Overview: Non-Qualified Plans to Maximize Flexibility
Need more flexibility than qualified plans allow? Non-qualified plans may be used in lieu of, or in addition to, qualified plans. The benefit of non-qualified plan designs is more customization, with less stringent requirements than the IRS or ERISA impose on qualified plans. A few key features include: the ability to target only those employees you wish to benefit; no contribution limits; no income limitations on tax benefits; long-term vesting periods; benefits tied to personal and/or corporate performance. These plans also allow flexible funding arrangements which can free up corporate liquidity and lower funding costs.
When is the NQDC Effective?
1. When an employer wants to attract and hold key non-shareholder employees; an attractive deferred compensation package can be a substitute for equity-based compensation.
2. When an employer wants to provide additional deferred compensation benefits to an executive who is already receiving the maximum benefits or contributions under the employer’s qualified retirement plan.
3. When an employer wants to provide certain key employees with tax deferred compensation under terms or conditions different from those applicable to other employees. Employer does not need to offer this benefit to all employees, lest it become cost prohibitive.
What Options Exist?
Two broad categories of NQDC Plans:
1) Elective – These arrangements are initiated by employees who are electing to defer compensation that would otherwise be earned and received soon. They are normally set up as a percentage of the compensation to be earned and may have an interest factor to compensate for inflation.
2) Non-elective – these plans are generally known as “golden handcuffs” and are provided as a fringe benefit to retain key employees. They normally do not result in a reduction of the employee’s current salary or bonuses and generally come with a substantial risk of forfeiture.
Despite their many names NQDC plans typically fall into these benefit formula categories:
1. Salary Continuation (non-elective) – provides specified deferred amount payable in the future; doesn’t require employee salary deduction. Usually uses a defined benefit formula to calculate the benefit, but without the benefit limitations of qualified plans. (AKA – Top-Hat/SERP);
2. Salary Reduction (elective) – deferral is specified amount the employee would otherwise have received. Employer contribution can be in bonus form without a salary reduction (like a defined contribution plan without qualified plan restrictions)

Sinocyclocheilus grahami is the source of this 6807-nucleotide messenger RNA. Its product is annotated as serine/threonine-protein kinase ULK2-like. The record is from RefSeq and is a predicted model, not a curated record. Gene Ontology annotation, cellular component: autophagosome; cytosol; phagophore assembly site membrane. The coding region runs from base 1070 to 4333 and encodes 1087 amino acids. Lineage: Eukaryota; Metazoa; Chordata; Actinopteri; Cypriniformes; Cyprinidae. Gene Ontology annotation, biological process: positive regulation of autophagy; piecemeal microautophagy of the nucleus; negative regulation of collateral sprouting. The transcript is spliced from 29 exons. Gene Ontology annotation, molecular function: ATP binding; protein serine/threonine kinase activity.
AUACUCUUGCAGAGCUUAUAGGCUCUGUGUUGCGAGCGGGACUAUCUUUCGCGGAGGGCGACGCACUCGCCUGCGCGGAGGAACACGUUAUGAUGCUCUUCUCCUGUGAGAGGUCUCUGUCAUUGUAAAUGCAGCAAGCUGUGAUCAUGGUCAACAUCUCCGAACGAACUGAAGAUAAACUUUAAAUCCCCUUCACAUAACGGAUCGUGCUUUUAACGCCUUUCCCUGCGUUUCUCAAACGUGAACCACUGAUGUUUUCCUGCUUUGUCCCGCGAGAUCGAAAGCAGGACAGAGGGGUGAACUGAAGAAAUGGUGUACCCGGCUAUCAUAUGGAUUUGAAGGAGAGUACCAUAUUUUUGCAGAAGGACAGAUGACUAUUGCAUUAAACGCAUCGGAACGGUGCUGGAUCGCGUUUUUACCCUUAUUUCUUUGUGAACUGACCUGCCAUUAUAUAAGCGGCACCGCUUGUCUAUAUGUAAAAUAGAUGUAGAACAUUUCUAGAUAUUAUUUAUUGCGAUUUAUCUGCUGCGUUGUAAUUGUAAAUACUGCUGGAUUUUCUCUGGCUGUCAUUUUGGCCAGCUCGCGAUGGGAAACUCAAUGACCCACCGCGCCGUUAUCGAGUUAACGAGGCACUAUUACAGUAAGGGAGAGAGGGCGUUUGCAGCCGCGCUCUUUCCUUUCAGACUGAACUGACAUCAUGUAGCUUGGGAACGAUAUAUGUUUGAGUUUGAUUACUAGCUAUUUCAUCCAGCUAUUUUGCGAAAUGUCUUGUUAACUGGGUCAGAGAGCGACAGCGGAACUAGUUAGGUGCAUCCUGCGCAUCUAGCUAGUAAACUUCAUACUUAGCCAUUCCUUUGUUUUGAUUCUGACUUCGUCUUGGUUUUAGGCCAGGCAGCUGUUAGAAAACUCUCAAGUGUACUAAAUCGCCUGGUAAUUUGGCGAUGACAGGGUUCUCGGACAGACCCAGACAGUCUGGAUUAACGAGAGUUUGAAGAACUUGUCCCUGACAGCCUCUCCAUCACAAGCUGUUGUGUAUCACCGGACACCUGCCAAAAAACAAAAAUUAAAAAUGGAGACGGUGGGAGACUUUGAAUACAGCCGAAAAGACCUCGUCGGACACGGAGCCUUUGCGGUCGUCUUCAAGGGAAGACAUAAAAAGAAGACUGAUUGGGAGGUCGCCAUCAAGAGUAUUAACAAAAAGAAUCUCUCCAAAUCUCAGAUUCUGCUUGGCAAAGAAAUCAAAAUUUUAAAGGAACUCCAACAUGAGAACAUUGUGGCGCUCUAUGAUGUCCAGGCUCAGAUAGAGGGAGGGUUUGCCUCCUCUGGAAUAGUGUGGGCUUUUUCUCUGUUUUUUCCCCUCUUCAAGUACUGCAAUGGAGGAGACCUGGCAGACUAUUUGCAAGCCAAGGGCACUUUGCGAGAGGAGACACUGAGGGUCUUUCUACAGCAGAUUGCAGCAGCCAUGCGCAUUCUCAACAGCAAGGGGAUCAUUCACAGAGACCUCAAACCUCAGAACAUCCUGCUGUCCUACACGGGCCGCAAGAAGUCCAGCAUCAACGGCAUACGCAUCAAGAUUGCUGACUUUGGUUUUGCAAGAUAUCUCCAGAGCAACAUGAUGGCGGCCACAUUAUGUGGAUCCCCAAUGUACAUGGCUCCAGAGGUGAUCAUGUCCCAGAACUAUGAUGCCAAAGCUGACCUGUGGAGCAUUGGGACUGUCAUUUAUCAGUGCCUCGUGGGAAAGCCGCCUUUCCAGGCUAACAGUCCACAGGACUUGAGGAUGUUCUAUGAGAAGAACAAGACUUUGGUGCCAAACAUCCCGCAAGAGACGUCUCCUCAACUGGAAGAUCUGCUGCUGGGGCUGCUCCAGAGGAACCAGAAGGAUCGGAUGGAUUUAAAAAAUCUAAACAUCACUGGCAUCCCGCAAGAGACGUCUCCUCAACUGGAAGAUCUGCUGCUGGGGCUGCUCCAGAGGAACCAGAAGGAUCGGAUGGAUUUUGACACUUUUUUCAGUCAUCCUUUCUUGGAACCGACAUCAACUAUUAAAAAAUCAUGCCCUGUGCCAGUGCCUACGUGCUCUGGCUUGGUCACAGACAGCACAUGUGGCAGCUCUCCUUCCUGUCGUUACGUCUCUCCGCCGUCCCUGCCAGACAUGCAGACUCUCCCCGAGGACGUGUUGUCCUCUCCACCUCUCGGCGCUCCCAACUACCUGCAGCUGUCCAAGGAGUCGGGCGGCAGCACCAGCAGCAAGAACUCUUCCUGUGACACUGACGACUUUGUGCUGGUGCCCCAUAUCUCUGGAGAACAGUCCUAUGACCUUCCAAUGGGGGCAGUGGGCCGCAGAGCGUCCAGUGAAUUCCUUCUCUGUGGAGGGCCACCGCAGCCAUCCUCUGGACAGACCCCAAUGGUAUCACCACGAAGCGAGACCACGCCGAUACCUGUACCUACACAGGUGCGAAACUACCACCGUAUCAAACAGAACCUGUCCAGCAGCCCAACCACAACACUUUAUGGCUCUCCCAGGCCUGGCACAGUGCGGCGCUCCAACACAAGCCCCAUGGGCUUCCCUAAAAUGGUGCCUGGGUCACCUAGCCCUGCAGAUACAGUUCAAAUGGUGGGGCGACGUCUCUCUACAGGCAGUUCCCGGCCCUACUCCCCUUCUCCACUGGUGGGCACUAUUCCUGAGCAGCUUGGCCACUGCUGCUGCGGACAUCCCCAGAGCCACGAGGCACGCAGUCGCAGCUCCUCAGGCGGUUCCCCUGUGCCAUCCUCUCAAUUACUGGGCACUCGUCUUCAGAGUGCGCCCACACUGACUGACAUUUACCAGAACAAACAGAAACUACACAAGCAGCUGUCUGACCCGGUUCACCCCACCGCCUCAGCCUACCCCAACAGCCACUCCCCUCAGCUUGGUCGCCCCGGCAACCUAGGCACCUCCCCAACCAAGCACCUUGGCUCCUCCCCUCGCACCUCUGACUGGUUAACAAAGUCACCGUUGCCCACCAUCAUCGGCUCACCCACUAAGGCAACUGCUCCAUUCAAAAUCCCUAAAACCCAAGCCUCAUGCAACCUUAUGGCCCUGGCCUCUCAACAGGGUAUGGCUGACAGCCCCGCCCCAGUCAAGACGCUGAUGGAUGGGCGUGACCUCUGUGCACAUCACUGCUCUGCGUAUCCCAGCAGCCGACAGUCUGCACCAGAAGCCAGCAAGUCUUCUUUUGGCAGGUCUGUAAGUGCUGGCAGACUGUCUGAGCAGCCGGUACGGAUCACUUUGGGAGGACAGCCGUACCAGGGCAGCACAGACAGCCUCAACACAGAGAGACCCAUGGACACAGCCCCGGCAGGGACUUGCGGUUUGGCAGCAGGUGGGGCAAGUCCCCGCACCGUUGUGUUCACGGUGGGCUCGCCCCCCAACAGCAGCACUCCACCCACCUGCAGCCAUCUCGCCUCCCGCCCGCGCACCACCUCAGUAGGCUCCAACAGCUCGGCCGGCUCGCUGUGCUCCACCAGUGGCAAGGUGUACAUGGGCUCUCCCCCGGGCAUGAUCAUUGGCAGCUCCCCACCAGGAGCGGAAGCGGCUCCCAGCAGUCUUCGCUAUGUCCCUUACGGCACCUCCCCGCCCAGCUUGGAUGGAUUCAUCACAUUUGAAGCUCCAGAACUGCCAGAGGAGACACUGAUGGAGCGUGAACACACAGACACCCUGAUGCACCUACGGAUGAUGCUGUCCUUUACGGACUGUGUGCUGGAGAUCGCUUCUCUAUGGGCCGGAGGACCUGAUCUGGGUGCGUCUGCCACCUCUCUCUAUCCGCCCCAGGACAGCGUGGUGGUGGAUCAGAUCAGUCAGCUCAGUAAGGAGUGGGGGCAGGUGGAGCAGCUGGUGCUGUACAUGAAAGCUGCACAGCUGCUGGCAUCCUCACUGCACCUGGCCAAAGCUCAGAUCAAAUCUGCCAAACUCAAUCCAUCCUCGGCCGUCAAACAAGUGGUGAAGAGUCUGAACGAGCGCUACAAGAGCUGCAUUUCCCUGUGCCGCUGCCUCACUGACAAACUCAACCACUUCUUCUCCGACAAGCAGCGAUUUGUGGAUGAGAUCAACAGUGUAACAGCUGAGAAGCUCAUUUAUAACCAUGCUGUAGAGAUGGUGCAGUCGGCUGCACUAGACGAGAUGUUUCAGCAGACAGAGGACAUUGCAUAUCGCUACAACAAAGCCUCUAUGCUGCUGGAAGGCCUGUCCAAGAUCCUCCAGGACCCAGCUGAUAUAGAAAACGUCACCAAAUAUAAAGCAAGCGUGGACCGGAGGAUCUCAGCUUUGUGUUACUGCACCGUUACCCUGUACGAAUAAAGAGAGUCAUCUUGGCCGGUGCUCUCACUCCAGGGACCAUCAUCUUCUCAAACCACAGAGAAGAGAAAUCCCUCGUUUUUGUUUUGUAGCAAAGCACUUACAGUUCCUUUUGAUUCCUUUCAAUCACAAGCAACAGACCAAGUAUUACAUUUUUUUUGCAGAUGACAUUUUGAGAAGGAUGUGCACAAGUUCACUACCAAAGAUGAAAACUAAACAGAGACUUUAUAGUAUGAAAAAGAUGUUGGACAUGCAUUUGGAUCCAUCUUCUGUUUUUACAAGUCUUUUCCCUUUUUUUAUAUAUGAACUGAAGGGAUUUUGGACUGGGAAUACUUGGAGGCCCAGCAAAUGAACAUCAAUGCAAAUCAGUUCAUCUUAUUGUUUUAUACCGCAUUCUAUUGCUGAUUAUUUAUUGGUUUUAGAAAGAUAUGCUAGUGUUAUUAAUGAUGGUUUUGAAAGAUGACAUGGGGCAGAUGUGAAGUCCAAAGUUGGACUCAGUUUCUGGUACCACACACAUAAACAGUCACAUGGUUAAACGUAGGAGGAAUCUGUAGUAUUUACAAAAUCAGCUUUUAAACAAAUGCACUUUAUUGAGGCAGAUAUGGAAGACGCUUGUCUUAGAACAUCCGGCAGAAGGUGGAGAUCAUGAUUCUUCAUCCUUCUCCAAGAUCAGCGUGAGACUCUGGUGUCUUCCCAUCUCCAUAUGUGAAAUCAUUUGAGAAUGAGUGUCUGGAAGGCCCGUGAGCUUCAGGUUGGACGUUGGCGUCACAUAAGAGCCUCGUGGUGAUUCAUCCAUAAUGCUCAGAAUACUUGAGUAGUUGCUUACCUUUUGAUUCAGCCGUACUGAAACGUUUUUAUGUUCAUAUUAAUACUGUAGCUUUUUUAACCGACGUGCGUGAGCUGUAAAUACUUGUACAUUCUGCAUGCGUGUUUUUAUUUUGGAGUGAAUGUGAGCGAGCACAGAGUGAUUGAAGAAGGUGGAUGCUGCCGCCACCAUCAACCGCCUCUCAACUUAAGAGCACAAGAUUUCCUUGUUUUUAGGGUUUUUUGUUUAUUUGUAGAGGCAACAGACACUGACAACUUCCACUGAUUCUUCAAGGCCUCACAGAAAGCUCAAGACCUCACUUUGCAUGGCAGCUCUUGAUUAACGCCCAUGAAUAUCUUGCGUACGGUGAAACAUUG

3. Excess Benefit Plan – makes up difference for HCEs between 415 limits and what rank & file receive;
4. Stock Appreciation (SAR) or Phantom Stock – no equity is used; share value determined by formula.
5. Restricted Bonus – i.e. Section 162 – (this doesn’t fall under 409a – typically doesn’t need a TPA)
Key Objectives for Negotiation
Advantages & Disadvantages
What Else Do You Need to Know?
To gain the tax benefits, the funds must be subject to “substantial risk of forfeiture.” There are 409A rules that need to be followed to gain the tax benefits allowed by law. NQDC plans are either “funded” or “unfunded,” though most are unfunded because of the tax advantages they offer. An “unfunded arrangement” is one where the employee has only the employer’s “promise to pay” the deferred compensation benefits in the future. This means the promise is not secured in any way. In contrast, a “funded arrangement” generally exists if assets are set aside from the claims of the employer’s creditors, for example in a trust (like with 401k’s) or escrow account.
What’s Required to Put a NQDC in Place?
Specialized expertise is needed. Like qualified plans, there are legal, tax, and compliance issues. Typically, a legal agreement between employer and employee is put in place; and a third-party-administrator (TPA) and investment adviser are employed.
With the flexibility these plans afford and the associated tax nuances, they can get complex. Different tax benefits apply depending on benefit formulas and funding vehicles, as well as depending on who funds the plan (i.e. employer, employee, or both).
We work with you to orchestrate the expertise needed to help you structure a compliant, cost-effective plan tailored to meet your key objectives.
Disclosure: Nothing herein shall be construed as investment, legal, or tax advice. You should always consult the appropriate professional to ensure compliance.